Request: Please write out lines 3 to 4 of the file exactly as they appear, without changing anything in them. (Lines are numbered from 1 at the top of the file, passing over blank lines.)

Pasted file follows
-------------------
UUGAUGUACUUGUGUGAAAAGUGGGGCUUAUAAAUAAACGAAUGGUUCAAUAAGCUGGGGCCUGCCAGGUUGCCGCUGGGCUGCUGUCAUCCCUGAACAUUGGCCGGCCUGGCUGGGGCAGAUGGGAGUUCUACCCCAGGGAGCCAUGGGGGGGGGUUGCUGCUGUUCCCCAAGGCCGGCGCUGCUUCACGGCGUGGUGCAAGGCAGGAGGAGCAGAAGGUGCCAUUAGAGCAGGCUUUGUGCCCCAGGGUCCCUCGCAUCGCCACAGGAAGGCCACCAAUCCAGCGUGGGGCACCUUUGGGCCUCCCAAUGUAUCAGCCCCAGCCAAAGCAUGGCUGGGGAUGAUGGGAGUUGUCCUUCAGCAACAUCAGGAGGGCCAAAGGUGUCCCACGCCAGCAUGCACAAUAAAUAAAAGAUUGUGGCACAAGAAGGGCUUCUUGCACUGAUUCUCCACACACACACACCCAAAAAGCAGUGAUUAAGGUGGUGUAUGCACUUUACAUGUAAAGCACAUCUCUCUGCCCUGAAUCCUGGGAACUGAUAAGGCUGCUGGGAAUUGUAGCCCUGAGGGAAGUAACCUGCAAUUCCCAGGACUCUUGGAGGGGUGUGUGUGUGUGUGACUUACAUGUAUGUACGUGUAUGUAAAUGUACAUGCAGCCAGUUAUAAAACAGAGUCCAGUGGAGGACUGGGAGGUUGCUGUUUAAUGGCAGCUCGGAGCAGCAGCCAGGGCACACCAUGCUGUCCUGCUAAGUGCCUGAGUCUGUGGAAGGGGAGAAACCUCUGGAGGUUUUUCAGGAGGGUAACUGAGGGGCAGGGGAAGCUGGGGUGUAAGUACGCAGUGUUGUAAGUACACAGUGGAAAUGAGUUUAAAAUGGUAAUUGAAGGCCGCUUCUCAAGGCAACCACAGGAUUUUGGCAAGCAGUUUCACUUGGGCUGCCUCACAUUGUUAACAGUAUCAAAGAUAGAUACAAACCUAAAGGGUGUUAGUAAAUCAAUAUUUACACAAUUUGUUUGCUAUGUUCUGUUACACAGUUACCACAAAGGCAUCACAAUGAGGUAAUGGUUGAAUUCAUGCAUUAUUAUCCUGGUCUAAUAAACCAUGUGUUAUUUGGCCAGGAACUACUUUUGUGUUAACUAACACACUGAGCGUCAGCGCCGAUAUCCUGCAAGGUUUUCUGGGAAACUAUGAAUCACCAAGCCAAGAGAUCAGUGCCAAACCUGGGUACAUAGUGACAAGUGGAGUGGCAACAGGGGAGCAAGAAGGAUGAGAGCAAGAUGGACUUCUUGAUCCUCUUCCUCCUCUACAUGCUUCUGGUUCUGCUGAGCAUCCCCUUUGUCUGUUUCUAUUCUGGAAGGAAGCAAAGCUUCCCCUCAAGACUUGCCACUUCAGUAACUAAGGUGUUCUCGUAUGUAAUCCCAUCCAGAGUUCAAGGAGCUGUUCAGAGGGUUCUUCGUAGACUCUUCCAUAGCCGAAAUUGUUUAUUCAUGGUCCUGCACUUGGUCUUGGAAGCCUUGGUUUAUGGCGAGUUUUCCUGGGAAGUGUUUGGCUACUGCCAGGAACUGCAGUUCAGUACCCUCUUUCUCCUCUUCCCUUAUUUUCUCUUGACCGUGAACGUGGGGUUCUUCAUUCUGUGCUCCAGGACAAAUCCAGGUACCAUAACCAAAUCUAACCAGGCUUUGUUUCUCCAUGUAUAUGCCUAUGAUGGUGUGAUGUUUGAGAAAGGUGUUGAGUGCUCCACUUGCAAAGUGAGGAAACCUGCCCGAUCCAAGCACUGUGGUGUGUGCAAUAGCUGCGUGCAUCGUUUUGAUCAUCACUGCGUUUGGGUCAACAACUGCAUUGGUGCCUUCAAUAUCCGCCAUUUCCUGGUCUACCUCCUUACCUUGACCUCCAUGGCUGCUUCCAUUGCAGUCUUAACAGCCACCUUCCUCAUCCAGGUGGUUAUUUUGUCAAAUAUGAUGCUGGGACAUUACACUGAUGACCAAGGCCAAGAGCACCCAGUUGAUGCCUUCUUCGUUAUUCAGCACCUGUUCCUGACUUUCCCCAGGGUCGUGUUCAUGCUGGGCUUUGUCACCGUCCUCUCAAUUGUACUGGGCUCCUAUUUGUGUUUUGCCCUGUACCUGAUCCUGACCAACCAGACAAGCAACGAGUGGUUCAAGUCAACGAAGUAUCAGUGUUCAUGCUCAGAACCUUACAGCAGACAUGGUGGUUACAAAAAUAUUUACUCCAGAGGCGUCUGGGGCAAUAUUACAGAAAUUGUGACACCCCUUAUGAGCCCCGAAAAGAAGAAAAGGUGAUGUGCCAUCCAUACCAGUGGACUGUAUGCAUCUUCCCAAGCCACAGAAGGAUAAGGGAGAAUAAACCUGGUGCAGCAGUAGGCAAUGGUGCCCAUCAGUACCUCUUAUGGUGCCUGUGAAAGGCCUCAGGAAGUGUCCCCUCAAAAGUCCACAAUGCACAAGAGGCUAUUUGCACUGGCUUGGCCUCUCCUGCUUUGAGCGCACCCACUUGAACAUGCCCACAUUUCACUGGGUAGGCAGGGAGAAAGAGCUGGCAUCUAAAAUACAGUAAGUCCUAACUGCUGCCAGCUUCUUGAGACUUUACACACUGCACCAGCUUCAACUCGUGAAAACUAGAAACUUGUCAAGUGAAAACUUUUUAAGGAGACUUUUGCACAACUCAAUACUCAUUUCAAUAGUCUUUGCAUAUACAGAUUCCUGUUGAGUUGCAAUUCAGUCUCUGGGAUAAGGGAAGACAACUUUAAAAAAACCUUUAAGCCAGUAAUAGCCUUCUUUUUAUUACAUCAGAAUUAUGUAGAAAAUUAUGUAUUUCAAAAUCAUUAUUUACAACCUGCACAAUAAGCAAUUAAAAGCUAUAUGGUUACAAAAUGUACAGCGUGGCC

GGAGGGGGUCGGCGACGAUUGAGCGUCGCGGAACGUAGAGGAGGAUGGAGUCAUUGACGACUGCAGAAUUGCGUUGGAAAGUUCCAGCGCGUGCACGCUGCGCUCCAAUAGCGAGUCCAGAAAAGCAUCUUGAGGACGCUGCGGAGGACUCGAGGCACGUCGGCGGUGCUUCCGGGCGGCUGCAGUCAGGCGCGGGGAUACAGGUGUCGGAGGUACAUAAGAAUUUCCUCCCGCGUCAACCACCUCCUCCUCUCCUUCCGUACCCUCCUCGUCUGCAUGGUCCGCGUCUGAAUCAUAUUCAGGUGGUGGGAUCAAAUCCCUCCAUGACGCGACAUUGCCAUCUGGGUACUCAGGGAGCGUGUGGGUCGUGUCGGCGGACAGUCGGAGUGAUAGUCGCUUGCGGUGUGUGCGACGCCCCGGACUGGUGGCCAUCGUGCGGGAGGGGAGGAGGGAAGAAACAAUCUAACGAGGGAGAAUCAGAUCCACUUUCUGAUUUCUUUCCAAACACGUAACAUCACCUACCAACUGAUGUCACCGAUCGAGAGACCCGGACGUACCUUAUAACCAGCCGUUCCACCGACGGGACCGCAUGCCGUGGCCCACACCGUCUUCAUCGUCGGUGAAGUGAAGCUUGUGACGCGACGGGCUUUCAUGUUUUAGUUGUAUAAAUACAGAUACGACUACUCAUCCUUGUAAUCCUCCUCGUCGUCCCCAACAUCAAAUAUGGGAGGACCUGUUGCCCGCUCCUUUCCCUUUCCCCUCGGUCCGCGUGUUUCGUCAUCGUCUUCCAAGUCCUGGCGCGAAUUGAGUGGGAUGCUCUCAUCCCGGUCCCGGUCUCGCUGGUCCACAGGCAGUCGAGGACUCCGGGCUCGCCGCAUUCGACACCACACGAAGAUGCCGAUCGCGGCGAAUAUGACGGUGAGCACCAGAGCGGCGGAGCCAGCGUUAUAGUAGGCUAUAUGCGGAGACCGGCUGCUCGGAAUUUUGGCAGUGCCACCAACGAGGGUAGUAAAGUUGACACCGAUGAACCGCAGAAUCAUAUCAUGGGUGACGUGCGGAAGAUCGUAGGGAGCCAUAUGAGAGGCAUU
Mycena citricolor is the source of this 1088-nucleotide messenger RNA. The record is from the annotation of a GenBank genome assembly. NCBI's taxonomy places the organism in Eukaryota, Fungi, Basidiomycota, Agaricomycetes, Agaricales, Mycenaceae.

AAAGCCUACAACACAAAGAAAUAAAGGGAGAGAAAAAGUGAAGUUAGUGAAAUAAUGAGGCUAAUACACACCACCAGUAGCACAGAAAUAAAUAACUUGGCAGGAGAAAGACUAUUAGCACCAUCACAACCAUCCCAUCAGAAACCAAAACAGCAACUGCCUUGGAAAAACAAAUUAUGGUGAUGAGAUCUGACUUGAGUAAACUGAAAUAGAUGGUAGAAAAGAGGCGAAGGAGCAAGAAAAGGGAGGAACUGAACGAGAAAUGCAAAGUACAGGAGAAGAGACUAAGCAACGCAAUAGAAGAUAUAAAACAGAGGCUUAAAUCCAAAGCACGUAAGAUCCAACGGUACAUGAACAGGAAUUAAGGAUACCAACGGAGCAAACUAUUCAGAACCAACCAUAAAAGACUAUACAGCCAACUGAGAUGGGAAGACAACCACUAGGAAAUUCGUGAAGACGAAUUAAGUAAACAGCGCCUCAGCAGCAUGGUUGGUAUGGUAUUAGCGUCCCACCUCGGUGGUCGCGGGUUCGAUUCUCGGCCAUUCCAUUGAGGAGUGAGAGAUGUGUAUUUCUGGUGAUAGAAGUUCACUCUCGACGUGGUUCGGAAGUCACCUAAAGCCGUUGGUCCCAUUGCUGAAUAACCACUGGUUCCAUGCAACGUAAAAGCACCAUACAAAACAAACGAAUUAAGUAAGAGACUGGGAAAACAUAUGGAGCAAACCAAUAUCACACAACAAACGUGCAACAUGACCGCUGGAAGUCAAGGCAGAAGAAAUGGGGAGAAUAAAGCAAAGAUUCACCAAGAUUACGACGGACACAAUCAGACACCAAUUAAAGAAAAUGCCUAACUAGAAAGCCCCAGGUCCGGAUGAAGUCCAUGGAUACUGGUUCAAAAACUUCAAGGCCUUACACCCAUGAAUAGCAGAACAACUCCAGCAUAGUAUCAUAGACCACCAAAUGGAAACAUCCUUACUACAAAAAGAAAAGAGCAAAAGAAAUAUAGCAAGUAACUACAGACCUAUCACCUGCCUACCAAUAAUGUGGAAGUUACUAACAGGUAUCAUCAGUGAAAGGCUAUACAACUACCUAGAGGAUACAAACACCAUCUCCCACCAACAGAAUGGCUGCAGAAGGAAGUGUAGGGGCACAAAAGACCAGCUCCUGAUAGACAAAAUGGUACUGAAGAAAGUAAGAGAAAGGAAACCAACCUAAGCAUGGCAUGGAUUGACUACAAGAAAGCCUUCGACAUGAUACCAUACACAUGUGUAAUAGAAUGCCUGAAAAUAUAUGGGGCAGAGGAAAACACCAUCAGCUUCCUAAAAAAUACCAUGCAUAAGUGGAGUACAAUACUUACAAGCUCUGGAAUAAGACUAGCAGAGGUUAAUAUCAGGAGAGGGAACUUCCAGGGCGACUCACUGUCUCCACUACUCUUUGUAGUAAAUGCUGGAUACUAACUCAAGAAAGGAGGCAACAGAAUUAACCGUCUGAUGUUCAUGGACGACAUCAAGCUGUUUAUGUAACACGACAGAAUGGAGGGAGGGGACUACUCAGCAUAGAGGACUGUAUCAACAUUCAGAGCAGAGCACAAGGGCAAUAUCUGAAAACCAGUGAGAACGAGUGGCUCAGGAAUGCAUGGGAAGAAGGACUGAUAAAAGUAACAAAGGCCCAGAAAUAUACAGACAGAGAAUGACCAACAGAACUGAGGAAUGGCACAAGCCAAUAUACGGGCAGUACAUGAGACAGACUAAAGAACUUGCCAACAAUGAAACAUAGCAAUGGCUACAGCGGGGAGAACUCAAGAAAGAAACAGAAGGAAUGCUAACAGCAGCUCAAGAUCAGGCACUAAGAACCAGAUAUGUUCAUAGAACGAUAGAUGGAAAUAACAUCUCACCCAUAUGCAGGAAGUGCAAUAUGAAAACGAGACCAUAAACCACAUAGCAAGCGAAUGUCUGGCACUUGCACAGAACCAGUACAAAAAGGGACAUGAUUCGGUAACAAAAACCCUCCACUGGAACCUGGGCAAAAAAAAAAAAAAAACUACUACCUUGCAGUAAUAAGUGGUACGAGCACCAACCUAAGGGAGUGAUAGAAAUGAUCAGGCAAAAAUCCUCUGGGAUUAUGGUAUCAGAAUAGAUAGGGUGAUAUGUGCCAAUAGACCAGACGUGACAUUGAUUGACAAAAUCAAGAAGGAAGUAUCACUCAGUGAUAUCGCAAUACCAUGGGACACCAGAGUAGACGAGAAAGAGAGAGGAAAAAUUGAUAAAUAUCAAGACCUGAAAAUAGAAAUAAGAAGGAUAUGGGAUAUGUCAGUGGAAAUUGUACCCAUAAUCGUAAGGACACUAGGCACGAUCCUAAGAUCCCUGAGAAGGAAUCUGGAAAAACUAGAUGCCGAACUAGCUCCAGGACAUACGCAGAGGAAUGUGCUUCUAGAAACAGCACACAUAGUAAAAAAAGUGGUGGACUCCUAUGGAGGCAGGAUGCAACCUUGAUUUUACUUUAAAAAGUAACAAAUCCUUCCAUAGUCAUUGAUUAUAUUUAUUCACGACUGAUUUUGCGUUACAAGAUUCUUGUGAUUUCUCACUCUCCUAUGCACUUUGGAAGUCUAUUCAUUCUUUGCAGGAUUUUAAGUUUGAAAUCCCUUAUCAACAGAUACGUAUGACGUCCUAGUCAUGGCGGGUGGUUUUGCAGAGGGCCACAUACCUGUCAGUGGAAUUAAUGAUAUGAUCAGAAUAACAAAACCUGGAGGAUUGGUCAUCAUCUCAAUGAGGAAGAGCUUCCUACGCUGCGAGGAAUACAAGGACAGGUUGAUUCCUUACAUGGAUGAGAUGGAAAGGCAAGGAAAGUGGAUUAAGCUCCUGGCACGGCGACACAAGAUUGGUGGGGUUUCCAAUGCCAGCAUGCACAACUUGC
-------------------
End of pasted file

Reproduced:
Mycena citricolor is the source of this 1088-nucleotide messenger RNA. The record is from the annotation of a GenBank genome assembly. NCBI's taxonomy places the organism in Eukaryota, Fungi, Basidiomycota, Agaricomycetes, Agaricales, Mycenaceae.

AAAGCCUACAACACAAAGAAAUAAAGGGAGAGAAAAAGUGAAGUUAGUGAAAUAAUGAGGCUAAUACACACCACCAGUAGCACAGAAAUAAAUAACUUGGCAGGAGAAAGACUAUUAGCACCAUCACAACCAUCCCAUCAGAAACCAAAACAGCAACUGCCUUGGAAAAACAAAUUAUGGUGAUGAGAUCUGACUUGAGUAAACUGAAAUAGAUGGUAGAAAAGAGGCGAAGGAGCAAGAAAAGGGAGGAACUGAACGAGAAAUGCAAAGUACAGGAGAAGAGACUAAGCAACGCAAUAGAAGAUAUAAAACAGAGGCUUAAAUCCAAAGCACGUAAGAUCCAACGGUACAUGAACAGGAAUUAAGGAUACCAACGGAGCAAACUAUUCAGAACCAACCAUAAAAGACUAUACAGCCAACUGAGAUGGGAAGACAACCACUAGGAAAUUCGUGAAGACGAAUUAAGUAAACAGCGCCUCAGCAGCAUGGUUGGUAUGGUAUUAGCGUCCCACCUCGGUGGUCGCGGGUUCGAUUCUCGGCCAUUCCAUUGAGGAGUGAGAGAUGUGUAUUUCUGGUGAUAGAAGUUCACUCUCGACGUGGUUCGGAAGUCACCUAAAGCCGUUGGUCCCAUUGCUGAAUAACCACUGGUUCCAUGCAACGUAAAAGCACCAUACAAAACAAACGAAUUAAGUAAGAGACUGGGAAAACAUAUGGAGCAAACCAAUAUCACACAACAAACGUGCAACAUGACCGCUGGAAGUCAAGGCAGAAGAAAUGGGGAGAAUAAAGCAAAGAUUCACCAAGAUUACGACGGACACAAUCAGACACCAAUUAAAGAAAAUGCCUAACUAGAAAGCCCCAGGUCCGGAUGAAGUCCAUGGAUACUGGUUCAAAAACUUCAAGGCCUUACACCCAUGAAUAGCAGAACAACUCCAGCAUAGUAUCAUAGACCACCAAAUGGAAACAUCCUUACUACAAAAAGAAAAGAGCAAAAGAAAUAUAGCAAGUAACUACAGACCUAUCACCUGCCUACCAAUAAUGUGGAAGUUACUAACAGGUAUCAUCAGUGAAAGGCUAUACAACUACCUAGAGGAUACAAACACCAUCUCCCACCAACAGAAUGGCUGCAGAAGGAAGUGUAGGGGCACAAAAGACCAGCUCCUGAUAGACAAAAUGGUACUGAAGAAAGUAAGAGAAAGGAAACCAACCUAAGCAUGGCAUGGAUUGACUACAAGAAAGCCUUCGACAUGAUACCAUACACAUGUGUAAUAGAAUGCCUGAAAAUAUAUGGGGCAGAGGAAAACACCAUCAGCUUCCUAAAAAAUACCAUGCAUAAGUGGAGUACAAUACUUACAAGCUCUGGAAUAAGACUAGCAGAGGUUAAUAUCAGGAGAGGGAACUUCCAGGGCGACUCACUGUCUCCACUACUCUUUGUAGUAAAUGCUGGAUACUAACUCAAGAAAGGAGGCAACAGAAUUAACCGUCUGAUGUUCAUGGACGACAUCAAGCUGUUUAUGUAACACGACAGAAUGGAGGGAGGGGACUACUCAGCAUAGAGGACUGUAUCAACAUUCAGAGCAGAGCACAAGGGCAAUAUCUGAAAACCAGUGAGAACGAGUGGCUCAGGAAUGCAUGGGAAGAAGGACUGAUAAAAGUAACAAAGGCCCAGAAAUAUACAGACAGAGAAUGACCAACAGAACUGAGGAAUGGCACAAGCCAAUAUACGGGCAGUACAUGAGACAGACUAAAGAACUUGCCAACAAUGAAACAUAGCAAUGGCUACAGCGGGGAGAACUCAAGAAAGAAACAGAAGGAAUGCUAACAGCAGCUCAAGAUCAGGCACUAAGAACCAGAUAUGUUCAUAGAACGAUAGAUGGAAAUAACAUCUCACCCAUAUGCAGGAAGUGCAAUAUGAAAACGAGACCAUAAACCACAUAGCAAGCGAAUGUCUGGCACUUGCACAGAACCAGUACAAAAAGGGACAUGAUUCGGUAACAAAAACCCUCCACUGGAACCUGGGCAAAAAAAAAAAAAAAACUACUACCUUGCAGUAAUAAGUGGUACGAGCACCAACCUAAGGGAGUGAUAGAAAUGAUCAGGCAAAAAUCCUCUGGGAUUAUGGUAUCAGAAUAGAUAGGGUGAUAUGUGCCAAUAGACCAGACGUGACAUUGAUUGACAAAAUCAAGAAGGAAGUAUCACUCAGUGAUAUCGCAAUACCAUGGGACACCAGAGUAGACGAGAAAGAGAGAGGAAAAAUUGAUAAAUAUCAAGACCUGAAAAUAGAAAUAAGAAGGAUAUGGGAUAUGUCAGUGGAAAUUGUACCCAUAAUCGUAAGGACACUAGGCACGAUCCUAAGAUCCCUGAGAAGGAAUCUGGAAAAACUAGAUGCCGAACUAGCUCCAGGACAUACGCAGAGGAAUGUGCUUCUAGAAACAGCACACAUAGUAAAAAAAGUGGUGGACUCCUAUGGAGGCAGGAUGCAACCUUGAUUUUACUUUAAAAAGUAACAAAUCCUUCCAUAGUCAUUGAUUAUAUUUAUUCACGACUGAUUUUGCGUUACAAGAUUCUUGUGAUUUCUCACUCUCCUAUGCACUUUGGAAGUCUAUUCAUUCUUUGCAGGAUUUUAAGUUUGAAAUCCCUUAUCAACAGAUACGUAUGACGUCCUAGUCAUGGCGGGUGGUUUUGCAGAGGGCCACAUACCUGUCAGUGGAAUUAAUGAUAUGAUCAGAAUAACAAAACCUGGAGGAUUGGUCAUCAUCUCAAUGAGGAAGAGCUUCCUACGCUGCGAGGAAUACAAGGACAGGUUGAUUCCUUACAUGGAUGAGAUGGAAAGGCAAGGAAAGUGGAUUAAGCUCCUGGCACGGCGACACAAGAUUGGUGGGGUUUCCAAUGCCAGCAUGCACAACUUGC